Completing Crash Report Didn’t Justify Search of Purse

by | November 28, 2018

State v. Evans, 2018 (Kan 2018)

Julia Evans drove off the freeway, up a hill, flipped her car and ran into a pole. Evans told the responding officer she did not want an ambulance, but rescue personnel were almost at the scene. Upon arrival, they extricated Evans and loaded her into an ambulance. The officer asked the ambulance crew to inquire about Evans’ driver license to which they agreed, but failed to do.The officer found Evans’ wallet and purse on the seat of her crashed car and intended to hold them for safekeeping since the car was going to be impounded. While searching the wallet for Evans’ driver’s license, the officer found a small bag of crystal methamphetamine. Evans was later charged with drug crimes.

Evans asserted the warrantless search of her wallet violated the Fourth Amendment. The prosecution argued the inventory doctrine and/or the community caretaking doctrine justified searching her purse. According to Colorado v. Bertine (479 U.S. 367 (1987)), police may conduct inventories of seized property. The justification for inventories rest on three needs: “the protection of the owner’s property while it remains in police custody; the protection of the police against claims or disputes over lost or stolen property; and the protection of the police from potential danger” (South Dakota v. Opperman, 428 U.S. 364 (1976)). Nonetheless, the inventory must be conducted in accordance with a standard inventory policy, as decided in Florida v. Wells (495 U.S. 1 (1990)).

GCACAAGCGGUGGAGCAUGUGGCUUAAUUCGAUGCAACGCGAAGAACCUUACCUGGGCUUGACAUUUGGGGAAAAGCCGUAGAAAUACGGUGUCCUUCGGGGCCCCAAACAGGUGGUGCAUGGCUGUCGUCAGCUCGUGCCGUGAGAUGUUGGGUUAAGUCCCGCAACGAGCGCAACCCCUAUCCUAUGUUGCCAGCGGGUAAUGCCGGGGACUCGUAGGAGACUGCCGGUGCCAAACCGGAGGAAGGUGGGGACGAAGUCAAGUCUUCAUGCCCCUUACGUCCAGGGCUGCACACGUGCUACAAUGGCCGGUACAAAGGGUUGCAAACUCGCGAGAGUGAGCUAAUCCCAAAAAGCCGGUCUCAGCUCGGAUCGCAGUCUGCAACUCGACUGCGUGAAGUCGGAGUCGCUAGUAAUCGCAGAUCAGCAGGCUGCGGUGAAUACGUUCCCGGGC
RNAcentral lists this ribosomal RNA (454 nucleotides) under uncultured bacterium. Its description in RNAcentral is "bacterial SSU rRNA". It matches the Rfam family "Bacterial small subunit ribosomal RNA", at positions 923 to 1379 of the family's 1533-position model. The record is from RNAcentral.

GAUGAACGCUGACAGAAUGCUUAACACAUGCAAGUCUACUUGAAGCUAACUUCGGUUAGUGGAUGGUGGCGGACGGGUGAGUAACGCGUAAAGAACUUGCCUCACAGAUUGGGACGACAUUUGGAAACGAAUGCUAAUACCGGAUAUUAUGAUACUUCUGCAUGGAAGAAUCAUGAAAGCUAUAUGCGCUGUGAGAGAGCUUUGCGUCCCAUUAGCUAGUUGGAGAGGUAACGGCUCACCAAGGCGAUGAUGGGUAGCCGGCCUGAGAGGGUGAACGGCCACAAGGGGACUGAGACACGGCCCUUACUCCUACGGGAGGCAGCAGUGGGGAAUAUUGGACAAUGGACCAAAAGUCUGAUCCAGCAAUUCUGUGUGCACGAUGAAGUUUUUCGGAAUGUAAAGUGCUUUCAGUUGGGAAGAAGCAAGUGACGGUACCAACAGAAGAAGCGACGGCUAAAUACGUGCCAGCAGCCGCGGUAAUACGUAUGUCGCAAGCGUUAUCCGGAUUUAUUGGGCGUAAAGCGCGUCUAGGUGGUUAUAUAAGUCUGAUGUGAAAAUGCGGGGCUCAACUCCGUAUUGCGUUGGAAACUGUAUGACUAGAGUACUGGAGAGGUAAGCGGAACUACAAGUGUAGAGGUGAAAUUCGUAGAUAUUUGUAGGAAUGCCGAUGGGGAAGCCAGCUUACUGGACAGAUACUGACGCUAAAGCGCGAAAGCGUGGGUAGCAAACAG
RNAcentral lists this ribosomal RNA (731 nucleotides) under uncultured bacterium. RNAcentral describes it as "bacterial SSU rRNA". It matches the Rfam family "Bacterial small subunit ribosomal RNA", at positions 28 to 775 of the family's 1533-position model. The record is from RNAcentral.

The officer testified “it’s my practice, when there’s something of possible value in the car, I like to collect it for safekeeping, so it doesn’t get lost, or stolen from the wrecker yard.” However, there was no evidence or testimony indicating the agency had a standard written policy governing inventories of seized or impounded vehicles or other property. The court held the search could not be justified by either the community caretaking or the inventory exceptions to the Fourth Amendment.

If only the agency had promulgated an inventory policy, trained the officer and presented evidence of the same, the decision may well have been different.

The court also held completing the accident report was not a valid justification to search the wallet for a driver’s license. Thus, the evidence was suppressed and Evans was acquitted of the drug crime.

KEN WALLENTINE is the Chief of the West Jordan (Utah) Police Department and former Chief of Law Enforcement for the Utah Attorney General. He has served over three decades in public safety, is a legal expert and editor of Xiphos, a monthly national criminal procedure newsletter. He is a member of the Board of Directors of the Institute for the Prevention of In-Custody Death and serves as a use of force consultant in state and federal criminal and civil litigation across the nation.

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